Deloitte's 1,100 employees in UAE adopt Monday-Friday work week

03 January 2022 3 min. read

Professional services firm Deloitte has followed the lead of the UAE government in announcing its local office will switch to a Monday-to-Friday working week.

In line with wider moves taking place across the country, the UAE branch of professional services firm Deloitte has effective today transitioned to a Monday-to-Friday working week. The switch from the formerly regionally standard Friday/Saturday weekend model follows that of UAE government departments, which will introduce a four-and-a-half-day week ending at midday on Fridays – the first country to officially reduce the contemporary working week.

“The extended weekend comes as part of the UAE government’s efforts to boost work-life balance and enhance social well-being, while increasing performance to advance economic competitiveness,” said state news agency WAM.

Deloitte's 1,100 employees in UAE adopt Monday-Friday work week

“The new working week will also bring the UAE’s financial services sector into closer alignment with global real-time trading and communications-based transactions such as those driving stock markets, banks and financial institutions.”

Deloitte cited a similar set of advantages in following suit – namely, the facilitation of stronger international business links and services for UAE-based multinational firms, while also noting the move would allow the accounting and consulting firm to continue to serve its local public sector clients. While Deloitte is the first of the Big Four out of the blocks, a recent survey by human capital consultancy Mercer found the majority of the private sector support the shift.

Mercer, however, stated that flexibility would remain key – a contention backed by Deloitte through the recent introduction of its Future of Talent “HybridWorks” model for its 1,000-plus local staff and those across the wider Middle East. With the aim of fostering an inclusive culture that provides fair and equal opportunities, the new policy allows for employees to better manage their own workplace presence, taking into account individual circumstances and personal preferences.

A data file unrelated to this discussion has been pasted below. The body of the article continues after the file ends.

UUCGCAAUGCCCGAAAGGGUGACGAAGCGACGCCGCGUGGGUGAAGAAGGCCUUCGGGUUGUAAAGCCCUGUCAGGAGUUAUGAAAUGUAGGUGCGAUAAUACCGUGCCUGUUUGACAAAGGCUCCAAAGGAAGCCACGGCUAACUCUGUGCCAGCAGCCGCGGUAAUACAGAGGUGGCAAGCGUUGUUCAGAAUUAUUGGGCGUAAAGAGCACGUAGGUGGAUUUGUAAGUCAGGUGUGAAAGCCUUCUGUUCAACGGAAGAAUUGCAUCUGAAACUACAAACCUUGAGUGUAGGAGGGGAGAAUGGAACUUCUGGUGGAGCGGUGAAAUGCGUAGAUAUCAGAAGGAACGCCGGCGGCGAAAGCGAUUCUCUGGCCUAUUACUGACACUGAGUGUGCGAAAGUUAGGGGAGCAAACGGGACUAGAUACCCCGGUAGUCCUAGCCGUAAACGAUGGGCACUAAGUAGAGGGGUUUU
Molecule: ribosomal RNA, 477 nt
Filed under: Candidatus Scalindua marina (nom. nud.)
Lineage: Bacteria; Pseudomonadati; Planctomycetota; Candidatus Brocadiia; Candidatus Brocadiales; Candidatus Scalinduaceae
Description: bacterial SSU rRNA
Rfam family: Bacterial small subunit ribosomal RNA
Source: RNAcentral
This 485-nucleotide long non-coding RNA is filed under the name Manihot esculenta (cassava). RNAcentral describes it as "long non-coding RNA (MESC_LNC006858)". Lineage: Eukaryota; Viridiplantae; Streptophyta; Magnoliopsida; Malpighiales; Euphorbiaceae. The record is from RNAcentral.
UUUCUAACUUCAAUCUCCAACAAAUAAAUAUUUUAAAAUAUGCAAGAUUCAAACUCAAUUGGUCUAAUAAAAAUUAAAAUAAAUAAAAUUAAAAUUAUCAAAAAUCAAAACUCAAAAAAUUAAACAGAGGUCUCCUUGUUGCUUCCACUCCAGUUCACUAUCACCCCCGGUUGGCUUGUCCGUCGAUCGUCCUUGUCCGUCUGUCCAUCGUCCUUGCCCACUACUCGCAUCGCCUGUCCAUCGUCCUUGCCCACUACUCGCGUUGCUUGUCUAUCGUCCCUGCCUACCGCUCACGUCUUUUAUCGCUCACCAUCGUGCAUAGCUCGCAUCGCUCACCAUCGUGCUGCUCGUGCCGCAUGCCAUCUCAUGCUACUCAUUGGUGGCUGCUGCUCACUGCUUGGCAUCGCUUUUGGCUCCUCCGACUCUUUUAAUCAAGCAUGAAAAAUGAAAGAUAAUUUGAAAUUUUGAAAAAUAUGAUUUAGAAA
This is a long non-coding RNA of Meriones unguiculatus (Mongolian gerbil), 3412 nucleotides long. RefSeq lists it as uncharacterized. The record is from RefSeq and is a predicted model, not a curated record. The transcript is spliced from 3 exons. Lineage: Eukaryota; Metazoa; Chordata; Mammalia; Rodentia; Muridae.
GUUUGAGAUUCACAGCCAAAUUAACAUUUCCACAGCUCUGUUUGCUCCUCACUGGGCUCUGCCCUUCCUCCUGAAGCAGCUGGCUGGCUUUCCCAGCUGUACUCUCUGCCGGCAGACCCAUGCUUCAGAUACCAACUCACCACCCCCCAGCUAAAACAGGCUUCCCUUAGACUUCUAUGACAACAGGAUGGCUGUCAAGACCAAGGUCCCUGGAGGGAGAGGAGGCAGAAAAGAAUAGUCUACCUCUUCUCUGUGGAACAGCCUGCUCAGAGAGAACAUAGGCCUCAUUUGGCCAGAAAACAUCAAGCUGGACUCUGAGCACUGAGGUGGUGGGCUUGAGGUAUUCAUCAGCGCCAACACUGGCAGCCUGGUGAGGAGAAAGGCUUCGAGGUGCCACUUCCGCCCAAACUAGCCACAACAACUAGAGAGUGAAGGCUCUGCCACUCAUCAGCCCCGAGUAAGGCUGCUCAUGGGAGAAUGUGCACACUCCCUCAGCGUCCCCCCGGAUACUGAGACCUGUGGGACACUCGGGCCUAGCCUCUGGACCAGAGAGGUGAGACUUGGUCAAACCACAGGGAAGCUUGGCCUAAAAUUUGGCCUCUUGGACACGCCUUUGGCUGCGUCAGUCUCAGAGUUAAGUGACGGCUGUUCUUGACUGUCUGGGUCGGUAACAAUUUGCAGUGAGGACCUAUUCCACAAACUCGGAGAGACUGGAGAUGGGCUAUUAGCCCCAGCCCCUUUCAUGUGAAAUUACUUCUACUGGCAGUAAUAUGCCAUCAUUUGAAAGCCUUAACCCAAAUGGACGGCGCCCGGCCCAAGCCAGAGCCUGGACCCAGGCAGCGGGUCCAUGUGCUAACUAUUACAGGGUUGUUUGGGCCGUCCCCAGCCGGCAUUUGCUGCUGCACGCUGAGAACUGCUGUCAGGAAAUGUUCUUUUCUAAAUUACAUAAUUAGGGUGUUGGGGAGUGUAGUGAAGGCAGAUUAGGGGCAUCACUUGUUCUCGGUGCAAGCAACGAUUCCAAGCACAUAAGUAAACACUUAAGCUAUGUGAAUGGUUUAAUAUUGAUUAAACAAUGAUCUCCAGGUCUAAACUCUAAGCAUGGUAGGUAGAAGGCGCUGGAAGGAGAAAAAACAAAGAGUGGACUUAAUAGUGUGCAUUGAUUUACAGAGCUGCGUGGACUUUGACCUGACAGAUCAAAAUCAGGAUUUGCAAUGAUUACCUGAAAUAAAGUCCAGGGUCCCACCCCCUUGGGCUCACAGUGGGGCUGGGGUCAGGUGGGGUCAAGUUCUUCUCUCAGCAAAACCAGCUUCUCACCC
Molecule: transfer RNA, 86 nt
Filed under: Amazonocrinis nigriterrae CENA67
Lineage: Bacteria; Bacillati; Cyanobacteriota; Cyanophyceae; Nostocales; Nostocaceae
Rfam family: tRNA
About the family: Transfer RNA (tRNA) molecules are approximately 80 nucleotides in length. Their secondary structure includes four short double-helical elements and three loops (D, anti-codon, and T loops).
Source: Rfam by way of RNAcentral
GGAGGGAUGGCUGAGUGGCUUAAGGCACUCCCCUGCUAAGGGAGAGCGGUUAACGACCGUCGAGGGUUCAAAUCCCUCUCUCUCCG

Deloitte Middle East CEO Mutasem Dajani said that these principles would continue to guide the firm as it transitioned to the new working week. “Our people’s preference to continue to have workplace flexibility is clear. ‘HybridWorks’ empowers our people to collaborate with their leaders to shape and design their working patterns, while facilitating purposeful workplace presence for ‘moments that matter’ for team collaboration, training, and client meetings.”

The UAE government’s move to align the nation with a ‘Western’ weekend has been seen by some commentators as the latest gambit in its battle for global business and talent with neighbouring Saudi Arabia, which had earlier seen the Kingdom unveil a plan to ban non locally-headquartered foreign companies from doing business with state entities by 2024. So far, all of Deloitte, PwC and KPMG have announced plans to relocate their regional headquarters to Riyadh.

The evolving work week

The altered working week also follows an earlier transition made in 2006, when the UAE shifted its weekend from Thursday and Friday to the present Friday-Saturday set-up, again to better align with global markets (prior to 1999, Friday was the only official day off).

The rest of the Gulf ultimately followed, with Oman and Saudi Arabia the last to come into line in 2013. However, the move to make Friday a workday is a far more radical proposition in the Islamic-majority region.